My hair has been falling out by the handfuls for months. It did the same thing after the births of my older daughters too, resulting in giant bare spots on each temple. When my oldest was about 6 months old, I had to part my painfully thin hair in the middle and pull it around to a low ponytail, just to sparsely cover my skull. I’ve been fortunate, this time around that, while my hair is still falling out at the same high rate, the regrowth started much sooner. Instead of completely bald spots, the lean places have a carpet of wacky fringe that goes whichever way my cowlicks dictate. I’m torn each morning between spending hours at the mirror attempting to stylishly mask my hairlessness, or just surrendering, putting in a headband and ponytail, and wearing my shirt inside out to distract people from looking at my hair.
I wish this battle were something new, but it’s really not. I have hated my hair for as long as I’ve been aware of fashion. I spent my fourth grade year figuring out the pattern of a girl named Beth’s French braids; I hoped I could duplicate her look, but it took four years of attending school with bizarre, tangled messes on my head before I finally got it down. When big hair came into fashion, I couldn’t afford the volume of hairspray it required to make bangs as thin and fine as mine stand up and be teased. I had to skip the late eighties and go straight to grunge.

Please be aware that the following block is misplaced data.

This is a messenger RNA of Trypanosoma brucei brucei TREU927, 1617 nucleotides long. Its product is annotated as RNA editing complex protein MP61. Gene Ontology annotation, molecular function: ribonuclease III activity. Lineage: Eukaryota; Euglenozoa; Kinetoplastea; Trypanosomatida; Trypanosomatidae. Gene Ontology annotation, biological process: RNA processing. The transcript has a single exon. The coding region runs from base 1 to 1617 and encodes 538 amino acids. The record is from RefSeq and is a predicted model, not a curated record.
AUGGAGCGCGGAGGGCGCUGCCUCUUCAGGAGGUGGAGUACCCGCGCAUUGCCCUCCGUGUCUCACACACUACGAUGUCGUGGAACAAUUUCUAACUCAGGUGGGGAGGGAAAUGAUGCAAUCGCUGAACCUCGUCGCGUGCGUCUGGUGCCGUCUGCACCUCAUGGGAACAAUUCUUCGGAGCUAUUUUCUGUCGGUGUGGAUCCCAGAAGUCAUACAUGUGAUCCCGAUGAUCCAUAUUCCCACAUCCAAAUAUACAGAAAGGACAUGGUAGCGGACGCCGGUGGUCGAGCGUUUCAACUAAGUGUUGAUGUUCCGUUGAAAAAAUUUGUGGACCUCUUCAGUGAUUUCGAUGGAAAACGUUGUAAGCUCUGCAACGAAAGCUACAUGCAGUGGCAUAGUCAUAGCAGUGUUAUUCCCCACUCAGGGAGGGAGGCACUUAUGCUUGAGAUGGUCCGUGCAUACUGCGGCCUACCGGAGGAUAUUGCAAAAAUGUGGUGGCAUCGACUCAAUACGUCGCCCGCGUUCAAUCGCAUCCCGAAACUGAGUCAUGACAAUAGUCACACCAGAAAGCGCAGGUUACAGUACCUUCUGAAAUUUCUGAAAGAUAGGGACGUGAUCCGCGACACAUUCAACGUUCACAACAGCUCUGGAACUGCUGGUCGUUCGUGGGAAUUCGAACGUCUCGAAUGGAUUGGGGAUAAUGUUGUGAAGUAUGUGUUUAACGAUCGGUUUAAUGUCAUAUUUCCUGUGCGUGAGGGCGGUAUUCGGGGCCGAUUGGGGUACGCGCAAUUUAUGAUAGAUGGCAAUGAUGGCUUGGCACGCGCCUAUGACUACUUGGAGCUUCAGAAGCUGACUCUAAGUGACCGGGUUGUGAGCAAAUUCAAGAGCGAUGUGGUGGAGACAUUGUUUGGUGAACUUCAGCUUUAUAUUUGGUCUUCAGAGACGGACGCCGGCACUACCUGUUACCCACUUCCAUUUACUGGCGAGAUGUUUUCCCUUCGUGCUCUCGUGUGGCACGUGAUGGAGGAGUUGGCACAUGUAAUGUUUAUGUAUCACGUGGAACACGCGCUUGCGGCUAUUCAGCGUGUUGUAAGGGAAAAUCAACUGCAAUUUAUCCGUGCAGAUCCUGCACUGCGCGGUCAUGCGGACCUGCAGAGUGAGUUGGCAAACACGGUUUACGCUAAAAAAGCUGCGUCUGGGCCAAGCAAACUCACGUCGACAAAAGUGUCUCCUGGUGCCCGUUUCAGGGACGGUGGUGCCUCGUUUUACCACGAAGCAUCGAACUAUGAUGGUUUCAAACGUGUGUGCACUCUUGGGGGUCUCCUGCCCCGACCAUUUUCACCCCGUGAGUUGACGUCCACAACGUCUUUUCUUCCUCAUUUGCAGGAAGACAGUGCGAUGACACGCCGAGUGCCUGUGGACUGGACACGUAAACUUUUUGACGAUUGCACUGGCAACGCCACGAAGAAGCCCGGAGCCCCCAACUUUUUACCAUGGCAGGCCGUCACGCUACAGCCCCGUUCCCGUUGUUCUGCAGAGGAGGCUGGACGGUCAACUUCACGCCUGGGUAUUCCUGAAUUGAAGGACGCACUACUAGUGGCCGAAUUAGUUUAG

So here I am, all grown up, and still hating everything about my hair. It’s a blah color. It has no real body or texture. Frankly, I resent every moment of my life that I’ve spent in the chair at a salon, or at the mirror with a curling iron and hairdryer. I was born to “wash and go,” and that fantasy remains out of reach for me. But now you know why I dress the way I do…probably explains a lot.
Don't depend on things like fancy hairdos or gold jewelry or expensive clothes to make you look beautiful. 1 Peter 3:3